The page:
So I'm at home, alone, and you might think this means I am sitting around the house in my underwear, the dogs licking waffle syrup off my bare chest, while I sing "I wear short shorts." Nope. I'll be in the mountains, of course.
I'm climbing Friday, hiking Saturday (for work, actually, ha ha ha sometimes being an outdoor/adventure writer is even better than covering the WSOP) and probably doing something epic Monday with my longtime hiking partner.
Despite this smorgasboard of high-altitude debauchery, I'll approach the next few days with a heavy heart.
I'll miss my little guy.

I never thought it would be possible that I would value family over mountain climbing, but it's happened, I'm a full-blown Dad now and wish I had my little guy with me. I fear that by the time he gets back, on Monday, he'll be saying his first few words, and not one of them will be, "Da Da." (He does say "Ma Ma," but he says that when he wants food, probably just a result of three months of breastfeeding; when Kate was thrilled that that was basically his first word, I reminded her that he basically sees her as a refrigerator).
I'll have fun these next few days, but I may, in fact, be happiest when I get updates from Kate in Salina.
• • •
I'm on the biggest rush of my life on the poker front. I know it seems to be much more fun to bitch about bad beats these days, but I've increased my total bankroll by a third just this month, up to more than $1,000 for the first time in my life. This may not seem like a lot to you, who play in the Big Game and call off $1,500 bets when you've got eight outs, but for me, it's a lot of money, and I'm thrilled.
The light is shining bright in my dark tunnel that is poker knowledge, and the game could not be more fun at this point.
I'm picking off bluffs regularly, I seem to know what my opponent has more and more and continue to drag big pots despite continuing to play extremely tight and only occassionally aggressive.

More and more, I'm convinced that erring on the side of careful play is much better than erring on the side of aggression, at least online at the levels I play. If that means I leave $50 out there, as I did twice last week, then so be it. I've also had one losing month in my last nine, and limiting your losses is the key to plumping up your wins.

And if you think I'm throwing the doom switch down, well, I'm not because ironically I'm on the worst streak of my life playing those $2.25 Hollywood Poker, full-table tournaments at work during my lunch break. I've cashed something like 3/15 in the last two weeks, with more suckouts than I care to recount (9,6 versus my A,Q is my current favorite against a jerky luckbox who claimed he was 11 in the chat box and certainly acted and played like it).
My theory is all my bad luck is going there, leaving me with either neutral luck or good luck when I play those cash games in the evening. I've moved up to playing .50 NL about 85 percent of the time now; I'll stay there until things start to inevitably go bad.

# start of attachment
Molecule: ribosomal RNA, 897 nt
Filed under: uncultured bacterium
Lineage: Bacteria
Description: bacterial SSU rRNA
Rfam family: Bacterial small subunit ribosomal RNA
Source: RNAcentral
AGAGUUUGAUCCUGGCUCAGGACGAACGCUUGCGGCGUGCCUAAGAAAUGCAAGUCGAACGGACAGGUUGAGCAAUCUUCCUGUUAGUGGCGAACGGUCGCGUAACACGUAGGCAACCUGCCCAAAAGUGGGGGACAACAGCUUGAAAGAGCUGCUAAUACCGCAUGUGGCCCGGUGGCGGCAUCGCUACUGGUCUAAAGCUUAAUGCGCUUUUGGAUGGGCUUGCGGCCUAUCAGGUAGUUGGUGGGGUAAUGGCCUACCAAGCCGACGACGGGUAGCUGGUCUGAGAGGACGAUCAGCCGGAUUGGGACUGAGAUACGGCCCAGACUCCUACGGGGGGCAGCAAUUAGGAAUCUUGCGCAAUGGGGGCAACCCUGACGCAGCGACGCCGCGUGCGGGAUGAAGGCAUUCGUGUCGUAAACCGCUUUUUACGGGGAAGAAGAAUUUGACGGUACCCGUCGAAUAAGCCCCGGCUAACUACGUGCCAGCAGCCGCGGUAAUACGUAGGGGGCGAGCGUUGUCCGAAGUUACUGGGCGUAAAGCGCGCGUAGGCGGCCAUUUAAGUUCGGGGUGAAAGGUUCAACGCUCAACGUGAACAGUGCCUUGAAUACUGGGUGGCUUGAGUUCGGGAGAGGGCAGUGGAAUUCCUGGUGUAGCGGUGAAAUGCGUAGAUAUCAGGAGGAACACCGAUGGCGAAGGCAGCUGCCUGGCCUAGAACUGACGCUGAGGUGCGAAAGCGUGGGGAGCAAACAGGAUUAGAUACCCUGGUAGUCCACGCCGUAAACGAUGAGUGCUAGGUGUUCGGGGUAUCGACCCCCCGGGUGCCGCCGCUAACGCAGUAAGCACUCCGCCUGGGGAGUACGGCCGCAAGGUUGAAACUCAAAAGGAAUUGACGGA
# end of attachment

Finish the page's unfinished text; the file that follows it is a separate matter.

That's the sad thing about a long, extended winning streak; you're always looking for that piano above your head.

• • •
Song of the week: "Throw It All Away" by Zero 7. A great band releases a new album, a departure (a writer's nice way of saying, "not as good as their other albums," but this song rules.

Movie of the week: "Little Fish." Great performances by Hugo Weaving and Cate Blanchett pushes this mediocre movie into three-star terriority.

Friday, July 14, 2006

Don't know what you got...

My wife poked me awake at 6:30 a.m. I opened one miserable eye and saw my son smiling down at me.
"It's time for your day with Dad!" Kate chirped at him.
Grunt. I spent Thursday mountain climbing, and so, of course, what do you think I did far too late Thursday night instead of getting the sleep I needed for my day with a 1-year-old who has the energy of an Olympic Decathlete or meth addict on a Twinkie rush, take your pick.
You already know. The cards are right in front of you.
Anyway, I rolled out of bed as Kate grabbed her bags and said her tearful goodbye.
Yeah, it's always rough to leave WHEN YOU'RE GOING TO VEGAS.
Yep. I'm home with the little man for the weekend while Kate goes to Vegas with her sister and some friends for some much-needed me time. They're all staying in the same room. And get that nasty thought out of your head. Shame on you.
So that meant, for me, every minute, every hour, all day, with Jayden, the baby whose batteries run out about as often as a Quartz watch.
Whew. I'm exhausted as I write this, at 10:30 p.m., while playing me some poker and listening to the baby monitor.
Kate deserves the vacation. She's a great mother who sees nothing wrong with getting up five times a night and spending most of her free time chasing him around and picking up the little piles he always leaves behind him. I call it his Path of Destruction, but Kate prefers to refer to it as the "price of exploration." Moms always were more positive.
Plus, in the summer, Dan's usually about me me me with all the climbing I do, even if that has slowed down since he was born. Prime climbing season basically lasts three months, when most of the snow is gone from the peaks, so I need to take advantage while I can. You can go all year, and I do, at times, but of course it's easier without -30 degree weather and snow up to your waist. Imagine getting to play with fish for three months and play with Phil Ivey the rest of the time. You'd pick the fish too. Oh, yes, you would.